Distracted driving – eating and drinking behind the wheel

When people think of what is most distracting while driving, the most popular answer is usually: mobile phones.

While it’s true that taking a phone call or texting while driving is incredibly dangerous, there are actually a number of other distractions that can be just as hazardous.

However, one that may surprise you the most is eating and drinking while driving.  In fact, according to a study, eating or drinking while driving actually increases your likelihood of having a crash by almost 40%. [1]

This makes having a sip of Coke or snacking on a packet of chips behind the wheel almost as dangerous as sending a text message.


Is it even legal?

The technical answer to this question is: well, it depends.  Much of the time, whether it’s legal or illegal to eat and drink while driving could come down to the discretion of a police officer.  This is because it’s usually up to the cops to determine whether you are driving dangerously and are therefore not in ‘proper control of a vehicle’.

In NSW, for example, if a police officer determines you aren’t in full control of your car, then you could be facing a fine of up to $448 and 3 demerit points.  But the bad news doesn’t stop there, if you’re doing this in a School Zone then the fine rises steeply to $561 and 4 demerit points. [2]


Why is it so dangerous?

Eating or drinking while driving means you’re at risk in three areas:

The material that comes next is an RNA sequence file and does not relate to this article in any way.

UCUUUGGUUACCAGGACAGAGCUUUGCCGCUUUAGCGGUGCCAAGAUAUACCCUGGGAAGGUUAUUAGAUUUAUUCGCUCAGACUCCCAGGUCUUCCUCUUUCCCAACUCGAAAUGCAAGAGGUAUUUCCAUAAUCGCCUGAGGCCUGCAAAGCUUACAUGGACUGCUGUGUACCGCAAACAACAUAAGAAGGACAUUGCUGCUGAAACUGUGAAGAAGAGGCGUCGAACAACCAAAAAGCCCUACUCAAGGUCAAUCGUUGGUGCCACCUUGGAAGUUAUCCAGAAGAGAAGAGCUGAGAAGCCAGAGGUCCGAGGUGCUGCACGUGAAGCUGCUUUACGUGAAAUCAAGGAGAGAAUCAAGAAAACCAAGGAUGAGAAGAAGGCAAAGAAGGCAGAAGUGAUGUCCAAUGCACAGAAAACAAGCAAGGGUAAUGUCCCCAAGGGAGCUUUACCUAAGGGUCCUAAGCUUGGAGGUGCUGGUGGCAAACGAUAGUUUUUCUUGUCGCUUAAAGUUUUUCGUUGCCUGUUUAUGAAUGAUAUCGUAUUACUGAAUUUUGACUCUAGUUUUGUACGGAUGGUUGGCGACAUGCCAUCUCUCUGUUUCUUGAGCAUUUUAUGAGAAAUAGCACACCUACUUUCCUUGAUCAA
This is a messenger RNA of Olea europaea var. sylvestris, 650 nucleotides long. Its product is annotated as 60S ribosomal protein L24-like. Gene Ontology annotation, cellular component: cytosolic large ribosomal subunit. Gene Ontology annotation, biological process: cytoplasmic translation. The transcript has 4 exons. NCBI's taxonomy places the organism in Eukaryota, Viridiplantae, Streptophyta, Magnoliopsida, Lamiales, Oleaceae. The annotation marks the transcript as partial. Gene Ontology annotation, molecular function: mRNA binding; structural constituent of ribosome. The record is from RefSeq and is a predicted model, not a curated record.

1. Hands free: Unless you have incredible flexibility, you’re likely going to need to take at least one hand off the steering wheel to take a bite of your chocolate bar while driving. This means that you don’t have full control of your vehicle.  And if your food is greasy, then your hands might be slippery.  This means when you go to turn your car, your hands might slip off, the car doesn’t turn, and you crash.  And that’s before we even start on the dangers of trying to open the packet of Skittles while driving on the highway.
  2. Driving blind: One of the biggest dangers when eating food (whether you’re driving or not) is spilling something on your clothes (we’ve all been there!). If you spill some sauce from your hamburger on your lap while driving, you’re going to inspect the damage.  Unfortunately, this also means you’ll take your eyes off the road which means if the car in front of you suddenly hits the brakes, you won’t see it coming.
  3. Wandering mind: We’re sorry to be the bearer of bad news, but multitasking isn’t a great thing to do. In fact, some studies have shown that multitasking reduces your performance by 40%. [3] The question to ask yourself: is it worth increasing the risk of crashing just to bite into a delicious doughnut?


After weighing all this up, it’s pretty clear that eating or drinking while driving isn’t a great idea.  But if you feel you’re on the brink of starvation and make the choice to get a bite to eat, we recommend pulling over and eating your food in a restaurant, café or, at the very least, a stationary car.

After all, no matter how appealing it is to take a sip or bite, it’s not worth the risk of a fine, a crash, or something even worse.


[1] https://www.lytx.com/en-us/news-events/press-release/2014/lytx-data-finds-three-dangerous-activities-you-may

[2] http://www.austlii.edu.au/cgi-bin/viewdoc/au/legis/nsw/consol_reg/rr2014104/s297.html

[3] https://www.verywellmind.com/multitasking-2795003

Claims made easier.
Claims resolved faster.